The fix was to install the free Sophos Anti-Virus for Mac Home Edition, which tracked down the infected files and cleaned them up, and removed the snaky part which had attached itself to the old Word app. And to order and install Office 2011 for Macintosh, which does not run on 10.4, which necessitated an update to 10.6 as well. So now the client has Sophos protection to prevent future outbreaks, a less-at-risk, more modern Word, and an up-to-date operating system. And the Word file with his first 17 pages of memoirs was recovered.

The University of Michigan chose Sophos years ago as the supported anti-virus software, so I was happy that a free version is now available for the non-UM folks I support. Sophos also identified a bunch of other malware, all Windows-only serpents that were included in various attachments my client had received over the years. These were tracked down and removed as well. They wouldn't have affected his system, but he could have unknowingly passed them on to PC users. There are of course other fine anti-virus apps out there for both Mac and Windows. Sophos is what I have the most experience in.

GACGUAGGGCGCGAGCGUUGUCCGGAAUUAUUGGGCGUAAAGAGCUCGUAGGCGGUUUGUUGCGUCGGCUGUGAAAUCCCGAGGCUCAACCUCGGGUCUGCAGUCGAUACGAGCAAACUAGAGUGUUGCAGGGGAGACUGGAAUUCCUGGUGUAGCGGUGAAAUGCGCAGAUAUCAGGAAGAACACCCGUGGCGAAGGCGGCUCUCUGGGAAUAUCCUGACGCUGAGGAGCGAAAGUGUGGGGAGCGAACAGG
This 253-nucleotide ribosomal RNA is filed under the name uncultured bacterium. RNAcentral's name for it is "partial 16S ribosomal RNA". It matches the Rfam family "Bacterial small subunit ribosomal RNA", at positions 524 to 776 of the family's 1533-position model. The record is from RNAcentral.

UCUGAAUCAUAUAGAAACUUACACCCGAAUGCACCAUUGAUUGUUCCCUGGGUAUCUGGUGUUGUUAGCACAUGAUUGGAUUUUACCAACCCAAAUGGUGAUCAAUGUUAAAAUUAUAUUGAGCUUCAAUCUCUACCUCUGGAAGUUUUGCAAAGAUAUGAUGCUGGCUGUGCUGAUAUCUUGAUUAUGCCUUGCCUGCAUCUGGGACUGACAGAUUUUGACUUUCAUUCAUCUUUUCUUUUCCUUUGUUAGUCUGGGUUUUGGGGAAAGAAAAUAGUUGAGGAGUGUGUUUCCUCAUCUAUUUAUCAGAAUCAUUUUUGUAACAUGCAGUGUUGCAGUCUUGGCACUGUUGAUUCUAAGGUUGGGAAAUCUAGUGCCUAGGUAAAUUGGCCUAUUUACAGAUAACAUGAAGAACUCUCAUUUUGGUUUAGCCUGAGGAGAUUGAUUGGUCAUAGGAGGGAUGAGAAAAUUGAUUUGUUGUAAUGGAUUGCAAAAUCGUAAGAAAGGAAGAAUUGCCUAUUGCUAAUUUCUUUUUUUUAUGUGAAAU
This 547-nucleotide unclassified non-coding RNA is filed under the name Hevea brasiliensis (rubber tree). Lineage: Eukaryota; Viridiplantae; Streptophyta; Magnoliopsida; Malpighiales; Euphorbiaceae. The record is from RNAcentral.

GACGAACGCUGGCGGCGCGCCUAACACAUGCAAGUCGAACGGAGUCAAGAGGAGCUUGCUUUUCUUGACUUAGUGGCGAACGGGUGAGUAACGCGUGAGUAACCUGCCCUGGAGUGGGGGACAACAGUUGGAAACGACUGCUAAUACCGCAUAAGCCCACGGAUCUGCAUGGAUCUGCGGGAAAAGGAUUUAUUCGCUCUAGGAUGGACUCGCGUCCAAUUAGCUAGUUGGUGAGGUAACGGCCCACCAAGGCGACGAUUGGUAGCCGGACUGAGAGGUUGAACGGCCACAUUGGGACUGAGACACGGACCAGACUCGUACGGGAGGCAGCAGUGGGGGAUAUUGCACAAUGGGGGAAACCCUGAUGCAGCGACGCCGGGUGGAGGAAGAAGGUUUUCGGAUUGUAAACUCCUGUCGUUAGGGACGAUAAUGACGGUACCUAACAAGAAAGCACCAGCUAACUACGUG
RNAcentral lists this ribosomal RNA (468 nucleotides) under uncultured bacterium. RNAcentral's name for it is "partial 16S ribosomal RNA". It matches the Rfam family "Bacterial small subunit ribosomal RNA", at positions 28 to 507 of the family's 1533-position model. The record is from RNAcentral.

Conclusion: while Macs are several orders of magnitude less likely to get snaked, the danger is out there. To prevent this: install an anti-virus program, and regularly update your apps and system.

MAC Defender: Scareware
Back in the day, macro viruses and their ilk were created more as pranks than the truly evil identity-stealing vipers we have to deal with now. Nowadays we have to contend with all sorts of slithering slime, with new manifestations of infestation appearing daily. Case in point: MACDefender.

The snake-handlers who build this sort of thing have now decided that there are enough Mac users out there to make it worth their time to develop Mac-only malware. And the point is not to mess things up, but to extract credit card numbers.

Here's how it works, as described by the antivirus firm Intego: